Tyree and Francis, both juniors, have been in a serious relationship since their freshman years of college.

The couple began their romantic relationship in middle school, taking a break in high school to see other people and ultimately reuniting in their senior year.

“I’ve never felt for anyone a fraction of how I feel for him,” Tyree says, as she looks into Francis' eyes and smiles.

Tyree and Francis plan to wed after they graduate and say they are established in their careers. Ideally, Tyree and Francis want to live and have their careers be in Arizona. After obtaining his undergraduate degree in physics, Francis plans on attending the law school at ASU. Tyree is a nursing major and hopes to work at a hospital in Arizona after graduation.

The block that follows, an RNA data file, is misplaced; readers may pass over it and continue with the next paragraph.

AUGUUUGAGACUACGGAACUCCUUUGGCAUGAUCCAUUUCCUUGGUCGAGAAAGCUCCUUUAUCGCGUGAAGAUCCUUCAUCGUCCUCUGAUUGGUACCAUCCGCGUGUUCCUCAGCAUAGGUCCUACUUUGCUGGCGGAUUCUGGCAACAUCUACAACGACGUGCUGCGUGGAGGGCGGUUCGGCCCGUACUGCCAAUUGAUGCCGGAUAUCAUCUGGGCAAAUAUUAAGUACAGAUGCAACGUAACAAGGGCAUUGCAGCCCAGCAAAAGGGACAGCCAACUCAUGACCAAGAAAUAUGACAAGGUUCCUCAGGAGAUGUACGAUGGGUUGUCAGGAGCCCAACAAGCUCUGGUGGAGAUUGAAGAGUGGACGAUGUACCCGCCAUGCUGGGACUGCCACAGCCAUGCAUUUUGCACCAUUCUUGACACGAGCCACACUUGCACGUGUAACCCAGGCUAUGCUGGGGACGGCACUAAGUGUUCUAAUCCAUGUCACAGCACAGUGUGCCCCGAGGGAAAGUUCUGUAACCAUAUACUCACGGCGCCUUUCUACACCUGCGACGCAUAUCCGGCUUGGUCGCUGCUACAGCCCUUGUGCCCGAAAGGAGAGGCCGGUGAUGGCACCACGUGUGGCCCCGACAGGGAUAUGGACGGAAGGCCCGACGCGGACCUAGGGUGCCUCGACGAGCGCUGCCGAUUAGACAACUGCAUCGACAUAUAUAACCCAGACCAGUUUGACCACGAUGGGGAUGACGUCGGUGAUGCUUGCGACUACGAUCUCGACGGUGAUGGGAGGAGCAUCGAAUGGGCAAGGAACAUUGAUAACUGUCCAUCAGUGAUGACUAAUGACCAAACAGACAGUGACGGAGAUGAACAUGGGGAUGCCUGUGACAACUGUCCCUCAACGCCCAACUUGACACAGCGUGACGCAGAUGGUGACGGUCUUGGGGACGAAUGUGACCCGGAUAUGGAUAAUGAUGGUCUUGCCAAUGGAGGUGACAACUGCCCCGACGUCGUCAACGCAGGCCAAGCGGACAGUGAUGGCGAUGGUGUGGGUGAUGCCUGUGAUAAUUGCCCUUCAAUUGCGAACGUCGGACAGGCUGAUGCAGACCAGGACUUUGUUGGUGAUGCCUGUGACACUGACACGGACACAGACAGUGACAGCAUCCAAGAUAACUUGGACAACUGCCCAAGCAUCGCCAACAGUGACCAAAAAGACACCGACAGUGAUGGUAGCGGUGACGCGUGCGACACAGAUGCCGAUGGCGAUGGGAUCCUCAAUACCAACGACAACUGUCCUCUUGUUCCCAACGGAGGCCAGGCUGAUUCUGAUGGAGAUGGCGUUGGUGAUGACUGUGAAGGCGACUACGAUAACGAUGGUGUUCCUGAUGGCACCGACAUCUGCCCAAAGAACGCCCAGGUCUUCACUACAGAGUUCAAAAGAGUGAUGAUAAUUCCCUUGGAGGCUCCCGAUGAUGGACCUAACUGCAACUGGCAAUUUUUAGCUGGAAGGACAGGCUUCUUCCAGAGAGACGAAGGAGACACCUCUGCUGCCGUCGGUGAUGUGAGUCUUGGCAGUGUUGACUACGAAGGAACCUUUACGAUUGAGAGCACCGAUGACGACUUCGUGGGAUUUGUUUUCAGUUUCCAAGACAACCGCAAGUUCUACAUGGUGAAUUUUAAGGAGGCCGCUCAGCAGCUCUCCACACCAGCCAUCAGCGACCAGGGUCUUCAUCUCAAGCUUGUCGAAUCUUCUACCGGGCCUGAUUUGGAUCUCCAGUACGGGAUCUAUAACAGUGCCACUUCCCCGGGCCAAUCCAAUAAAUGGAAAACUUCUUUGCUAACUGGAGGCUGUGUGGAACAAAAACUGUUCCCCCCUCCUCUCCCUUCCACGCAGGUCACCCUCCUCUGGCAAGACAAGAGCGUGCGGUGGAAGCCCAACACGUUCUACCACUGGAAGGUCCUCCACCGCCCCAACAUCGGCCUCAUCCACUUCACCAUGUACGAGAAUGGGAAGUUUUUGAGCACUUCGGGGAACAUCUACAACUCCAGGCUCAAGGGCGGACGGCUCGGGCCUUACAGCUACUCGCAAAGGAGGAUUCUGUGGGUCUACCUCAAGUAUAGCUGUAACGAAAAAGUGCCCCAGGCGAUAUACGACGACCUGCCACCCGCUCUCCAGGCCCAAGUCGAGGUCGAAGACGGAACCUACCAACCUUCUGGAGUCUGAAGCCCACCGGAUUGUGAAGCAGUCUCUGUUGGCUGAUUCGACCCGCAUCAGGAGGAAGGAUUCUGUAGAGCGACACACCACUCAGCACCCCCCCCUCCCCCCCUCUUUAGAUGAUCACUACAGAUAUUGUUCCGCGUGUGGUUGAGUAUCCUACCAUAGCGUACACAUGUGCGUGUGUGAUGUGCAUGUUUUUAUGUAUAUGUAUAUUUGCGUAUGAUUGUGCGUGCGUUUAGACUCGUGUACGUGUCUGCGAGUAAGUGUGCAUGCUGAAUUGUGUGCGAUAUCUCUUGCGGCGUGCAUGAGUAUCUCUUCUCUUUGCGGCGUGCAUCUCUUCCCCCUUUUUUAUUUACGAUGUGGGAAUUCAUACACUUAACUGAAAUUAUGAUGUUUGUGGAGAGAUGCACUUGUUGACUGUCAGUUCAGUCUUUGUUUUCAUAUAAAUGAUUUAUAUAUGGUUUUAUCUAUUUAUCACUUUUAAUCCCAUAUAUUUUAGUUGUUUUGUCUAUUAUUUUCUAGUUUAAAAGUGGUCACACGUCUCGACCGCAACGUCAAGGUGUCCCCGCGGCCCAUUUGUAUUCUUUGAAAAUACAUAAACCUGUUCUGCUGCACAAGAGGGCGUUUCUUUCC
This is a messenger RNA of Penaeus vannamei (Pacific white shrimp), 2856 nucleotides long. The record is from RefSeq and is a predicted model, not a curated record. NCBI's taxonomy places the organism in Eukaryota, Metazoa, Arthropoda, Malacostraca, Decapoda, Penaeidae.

“We want to make sure we’ve set ourselves up so we can have the wedding that we deserve,” Francis says.

Today, society expects people to go to college, get a degree, have a career and then get married. But what does that mean for the relationships you have in between college and a career?

Boys on the Side,” an article published in The Atlantic, says that over the past 15 years, the hookup culture has largely replaced dating on college campuses.

“You see there’s this sort of tension where on one hand, career is really important, and dating and sexuality are opening up for women at the college age,” Parker says, in reference to the article.

He also says there is potential trouble with this lifestyle because as you get older, it is difficult to have all the things you want.